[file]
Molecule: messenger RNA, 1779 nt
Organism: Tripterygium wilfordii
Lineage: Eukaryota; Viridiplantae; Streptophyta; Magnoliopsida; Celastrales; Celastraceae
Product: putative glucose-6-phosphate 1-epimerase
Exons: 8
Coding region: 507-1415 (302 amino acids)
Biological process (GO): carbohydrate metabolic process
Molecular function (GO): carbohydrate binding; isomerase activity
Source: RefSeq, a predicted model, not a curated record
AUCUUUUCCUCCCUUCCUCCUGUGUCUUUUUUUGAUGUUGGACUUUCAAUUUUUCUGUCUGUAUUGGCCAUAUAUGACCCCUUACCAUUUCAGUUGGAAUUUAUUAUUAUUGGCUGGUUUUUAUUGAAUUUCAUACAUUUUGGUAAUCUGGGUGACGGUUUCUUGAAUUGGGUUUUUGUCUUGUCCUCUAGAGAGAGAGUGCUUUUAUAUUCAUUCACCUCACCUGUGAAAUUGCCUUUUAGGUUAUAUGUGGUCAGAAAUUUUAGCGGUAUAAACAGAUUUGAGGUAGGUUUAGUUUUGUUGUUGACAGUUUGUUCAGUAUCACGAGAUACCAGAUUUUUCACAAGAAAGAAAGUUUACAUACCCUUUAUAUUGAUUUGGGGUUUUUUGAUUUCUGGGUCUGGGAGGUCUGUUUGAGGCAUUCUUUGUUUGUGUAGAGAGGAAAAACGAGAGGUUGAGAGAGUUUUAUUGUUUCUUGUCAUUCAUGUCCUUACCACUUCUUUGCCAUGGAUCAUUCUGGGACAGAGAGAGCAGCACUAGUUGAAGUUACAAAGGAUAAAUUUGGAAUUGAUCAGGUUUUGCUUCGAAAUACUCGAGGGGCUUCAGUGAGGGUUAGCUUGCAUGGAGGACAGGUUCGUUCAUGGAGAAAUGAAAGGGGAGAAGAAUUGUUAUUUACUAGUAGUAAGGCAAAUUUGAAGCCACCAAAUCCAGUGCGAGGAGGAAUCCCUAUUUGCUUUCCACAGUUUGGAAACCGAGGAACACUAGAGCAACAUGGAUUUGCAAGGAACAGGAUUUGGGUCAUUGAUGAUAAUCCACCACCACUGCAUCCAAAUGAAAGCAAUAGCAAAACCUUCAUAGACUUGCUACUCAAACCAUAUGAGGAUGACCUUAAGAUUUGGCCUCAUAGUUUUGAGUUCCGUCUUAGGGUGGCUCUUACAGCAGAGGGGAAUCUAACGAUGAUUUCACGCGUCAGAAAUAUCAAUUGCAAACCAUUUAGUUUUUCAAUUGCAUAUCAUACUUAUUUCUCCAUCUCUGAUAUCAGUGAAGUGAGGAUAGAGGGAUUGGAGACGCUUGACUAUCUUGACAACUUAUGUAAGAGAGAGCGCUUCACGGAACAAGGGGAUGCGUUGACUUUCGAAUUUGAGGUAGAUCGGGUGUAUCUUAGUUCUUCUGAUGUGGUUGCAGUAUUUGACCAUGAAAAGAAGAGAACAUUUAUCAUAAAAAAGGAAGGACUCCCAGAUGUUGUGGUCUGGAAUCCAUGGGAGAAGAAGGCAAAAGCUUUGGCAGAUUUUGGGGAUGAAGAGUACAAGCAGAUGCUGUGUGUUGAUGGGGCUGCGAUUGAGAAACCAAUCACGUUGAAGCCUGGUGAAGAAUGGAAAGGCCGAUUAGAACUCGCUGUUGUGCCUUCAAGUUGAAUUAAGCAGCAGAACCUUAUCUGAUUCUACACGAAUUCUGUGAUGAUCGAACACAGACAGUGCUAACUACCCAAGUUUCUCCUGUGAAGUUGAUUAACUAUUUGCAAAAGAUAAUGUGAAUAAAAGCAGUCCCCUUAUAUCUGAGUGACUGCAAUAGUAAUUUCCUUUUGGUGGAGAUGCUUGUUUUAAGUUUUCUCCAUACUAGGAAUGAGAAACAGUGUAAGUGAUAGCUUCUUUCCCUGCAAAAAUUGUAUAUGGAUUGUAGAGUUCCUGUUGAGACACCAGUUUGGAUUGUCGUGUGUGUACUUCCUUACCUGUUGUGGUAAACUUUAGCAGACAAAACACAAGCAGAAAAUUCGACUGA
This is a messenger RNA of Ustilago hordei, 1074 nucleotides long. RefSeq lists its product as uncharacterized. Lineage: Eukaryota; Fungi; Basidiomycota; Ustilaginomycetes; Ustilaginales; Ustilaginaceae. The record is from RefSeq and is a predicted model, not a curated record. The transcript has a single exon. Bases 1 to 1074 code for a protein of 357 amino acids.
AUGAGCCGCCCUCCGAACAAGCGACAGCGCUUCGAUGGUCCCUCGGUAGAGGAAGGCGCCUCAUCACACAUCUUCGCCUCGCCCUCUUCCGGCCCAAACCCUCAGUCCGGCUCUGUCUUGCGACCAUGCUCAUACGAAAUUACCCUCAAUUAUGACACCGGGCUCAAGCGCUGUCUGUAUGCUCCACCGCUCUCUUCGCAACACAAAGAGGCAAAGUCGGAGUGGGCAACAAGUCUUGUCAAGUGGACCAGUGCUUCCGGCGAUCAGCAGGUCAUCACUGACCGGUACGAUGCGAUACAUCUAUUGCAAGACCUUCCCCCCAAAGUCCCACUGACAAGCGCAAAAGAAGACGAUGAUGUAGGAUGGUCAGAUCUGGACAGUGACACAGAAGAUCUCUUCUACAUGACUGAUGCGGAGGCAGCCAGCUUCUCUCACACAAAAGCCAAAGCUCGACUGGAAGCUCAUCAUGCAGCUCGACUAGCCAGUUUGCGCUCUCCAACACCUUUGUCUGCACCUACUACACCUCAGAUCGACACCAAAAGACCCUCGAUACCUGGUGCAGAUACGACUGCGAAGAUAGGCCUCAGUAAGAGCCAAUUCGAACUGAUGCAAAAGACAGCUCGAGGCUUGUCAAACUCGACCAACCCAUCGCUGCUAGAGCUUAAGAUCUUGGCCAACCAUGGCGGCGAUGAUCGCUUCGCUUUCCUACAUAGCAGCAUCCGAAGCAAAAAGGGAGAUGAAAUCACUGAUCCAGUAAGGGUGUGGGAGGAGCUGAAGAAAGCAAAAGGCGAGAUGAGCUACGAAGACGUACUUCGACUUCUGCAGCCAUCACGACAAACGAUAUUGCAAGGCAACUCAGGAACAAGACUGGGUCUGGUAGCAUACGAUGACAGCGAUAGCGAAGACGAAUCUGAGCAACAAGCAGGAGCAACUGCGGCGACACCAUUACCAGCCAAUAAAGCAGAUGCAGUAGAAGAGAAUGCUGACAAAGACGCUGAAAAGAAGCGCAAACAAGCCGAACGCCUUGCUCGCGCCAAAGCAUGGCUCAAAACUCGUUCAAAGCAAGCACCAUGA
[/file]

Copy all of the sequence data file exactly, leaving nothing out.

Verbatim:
Molecule: messenger RNA, 1779 nt
Organism: Tripterygium wilfordii
Lineage: Eukaryota; Viridiplantae; Streptophyta; Magnoliopsida; Celastrales; Celastraceae
Product: putative glucose-6-phosphate 1-epimerase
Exons: 8
Coding region: 507-1415 (302 amino acids)
Biological process (GO): carbohydrate metabolic process
Molecular function (GO): carbohydrate binding; isomerase activity
Source: RefSeq, a predicted model, not a curated record
AUCUUUUCCUCCCUUCCUCCUGUGUCUUUUUUUGAUGUUGGACUUUCAAUUUUUCUGUCUGUAUUGGCCAUAUAUGACCCCUUACCAUUUCAGUUGGAAUUUAUUAUUAUUGGCUGGUUUUUAUUGAAUUUCAUACAUUUUGGUAAUCUGGGUGACGGUUUCUUGAAUUGGGUUUUUGUCUUGUCCUCUAGAGAGAGAGUGCUUUUAUAUUCAUUCACCUCACCUGUGAAAUUGCCUUUUAGGUUAUAUGUGGUCAGAAAUUUUAGCGGUAUAAACAGAUUUGAGGUAGGUUUAGUUUUGUUGUUGACAGUUUGUUCAGUAUCACGAGAUACCAGAUUUUUCACAAGAAAGAAAGUUUACAUACCCUUUAUAUUGAUUUGGGGUUUUUUGAUUUCUGGGUCUGGGAGGUCUGUUUGAGGCAUUCUUUGUUUGUGUAGAGAGGAAAAACGAGAGGUUGAGAGAGUUUUAUUGUUUCUUGUCAUUCAUGUCCUUACCACUUCUUUGCCAUGGAUCAUUCUGGGACAGAGAGAGCAGCACUAGUUGAAGUUACAAAGGAUAAAUUUGGAAUUGAUCAGGUUUUGCUUCGAAAUACUCGAGGGGCUUCAGUGAGGGUUAGCUUGCAUGGAGGACAGGUUCGUUCAUGGAGAAAUGAAAGGGGAGAAGAAUUGUUAUUUACUAGUAGUAAGGCAAAUUUGAAGCCACCAAAUCCAGUGCGAGGAGGAAUCCCUAUUUGCUUUCCACAGUUUGGAAACCGAGGAACACUAGAGCAACAUGGAUUUGCAAGGAACAGGAUUUGGGUCAUUGAUGAUAAUCCACCACCACUGCAUCCAAAUGAAAGCAAUAGCAAAACCUUCAUAGACUUGCUACUCAAACCAUAUGAGGAUGACCUUAAGAUUUGGCCUCAUAGUUUUGAGUUCCGUCUUAGGGUGGCUCUUACAGCAGAGGGGAAUCUAACGAUGAUUUCACGCGUCAGAAAUAUCAAUUGCAAACCAUUUAGUUUUUCAAUUGCAUAUCAUACUUAUUUCUCCAUCUCUGAUAUCAGUGAAGUGAGGAUAGAGGGAUUGGAGACGCUUGACUAUCUUGACAACUUAUGUAAGAGAGAGCGCUUCACGGAACAAGGGGAUGCGUUGACUUUCGAAUUUGAGGUAGAUCGGGUGUAUCUUAGUUCUUCUGAUGUGGUUGCAGUAUUUGACCAUGAAAAGAAGAGAACAUUUAUCAUAAAAAAGGAAGGACUCCCAGAUGUUGUGGUCUGGAAUCCAUGGGAGAAGAAGGCAAAAGCUUUGGCAGAUUUUGGGGAUGAAGAGUACAAGCAGAUGCUGUGUGUUGAUGGGGCUGCGAUUGAGAAACCAAUCACGUUGAAGCCUGGUGAAGAAUGGAAAGGCCGAUUAGAACUCGCUGUUGUGCCUUCAAGUUGAAUUAAGCAGCAGAACCUUAUCUGAUUCUACACGAAUUCUGUGAUGAUCGAACACAGACAGUGCUAACUACCCAAGUUUCUCCUGUGAAGUUGAUUAACUAUUUGCAAAAGAUAAUGUGAAUAAAAGCAGUCCCCUUAUAUCUGAGUGACUGCAAUAGUAAUUUCCUUUUGGUGGAGAUGCUUGUUUUAAGUUUUCUCCAUACUAGGAAUGAGAAACAGUGUAAGUGAUAGCUUCUUUCCCUGCAAAAAUUGUAUAUGGAUUGUAGAGUUCCUGUUGAGACACCAGUUUGGAUUGUCGUGUGUGUACUUCCUUACCUGUUGUGGUAAACUUUAGCAGACAAAACACAAGCAGAAAAUUCGACUGA
This is a messenger RNA of Ustilago hordei, 1074 nucleotides long. RefSeq lists its product as uncharacterized. Lineage: Eukaryota; Fungi; Basidiomycota; Ustilaginomycetes; Ustilaginales; Ustilaginaceae. The record is from RefSeq and is a predicted model, not a curated record. The transcript has a single exon. Bases 1 to 1074 code for a protein of 357 amino acids.
AUGAGCCGCCCUCCGAACAAGCGACAGCGCUUCGAUGGUCCCUCGGUAGAGGAAGGCGCCUCAUCACACAUCUUCGCCUCGCCCUCUUCCGGCCCAAACCCUCAGUCCGGCUCUGUCUUGCGACCAUGCUCAUACGAAAUUACCCUCAAUUAUGACACCGGGCUCAAGCGCUGUCUGUAUGCUCCACCGCUCUCUUCGCAACACAAAGAGGCAAAGUCGGAGUGGGCAACAAGUCUUGUCAAGUGGACCAGUGCUUCCGGCGAUCAGCAGGUCAUCACUGACCGGUACGAUGCGAUACAUCUAUUGCAAGACCUUCCCCCCAAAGUCCCACUGACAAGCGCAAAAGAAGACGAUGAUGUAGGAUGGUCAGAUCUGGACAGUGACACAGAAGAUCUCUUCUACAUGACUGAUGCGGAGGCAGCCAGCUUCUCUCACACAAAAGCCAAAGCUCGACUGGAAGCUCAUCAUGCAGCUCGACUAGCCAGUUUGCGCUCUCCAACACCUUUGUCUGCACCUACUACACCUCAGAUCGACACCAAAAGACCCUCGAUACCUGGUGCAGAUACGACUGCGAAGAUAGGCCUCAGUAAGAGCCAAUUCGAACUGAUGCAAAAGACAGCUCGAGGCUUGUCAAACUCGACCAACCCAUCGCUGCUAGAGCUUAAGAUCUUGGCCAACCAUGGCGGCGAUGAUCGCUUCGCUUUCCUACAUAGCAGCAUCCGAAGCAAAAAGGGAGAUGAAAUCACUGAUCCAGUAAGGGUGUGGGAGGAGCUGAAGAAAGCAAAAGGCGAGAUGAGCUACGAAGACGUACUUCGACUUCUGCAGCCAUCACGACAAACGAUAUUGCAAGGCAACUCAGGAACAAGACUGGGUCUGGUAGCAUACGAUGACAGCGAUAGCGAAGACGAAUCUGAGCAACAAGCAGGAGCAACUGCGGCGACACCAUUACCAGCCAAUAAAGCAGAUGCAGUAGAAGAGAAUGCUGACAAAGACGCUGAAAAGAAGCGCAAACAAGCCGAACGCCUUGCUCGCGCCAAAGCAUGGCUCAAAACUCGUUCAAAGCAAGCACCAUGA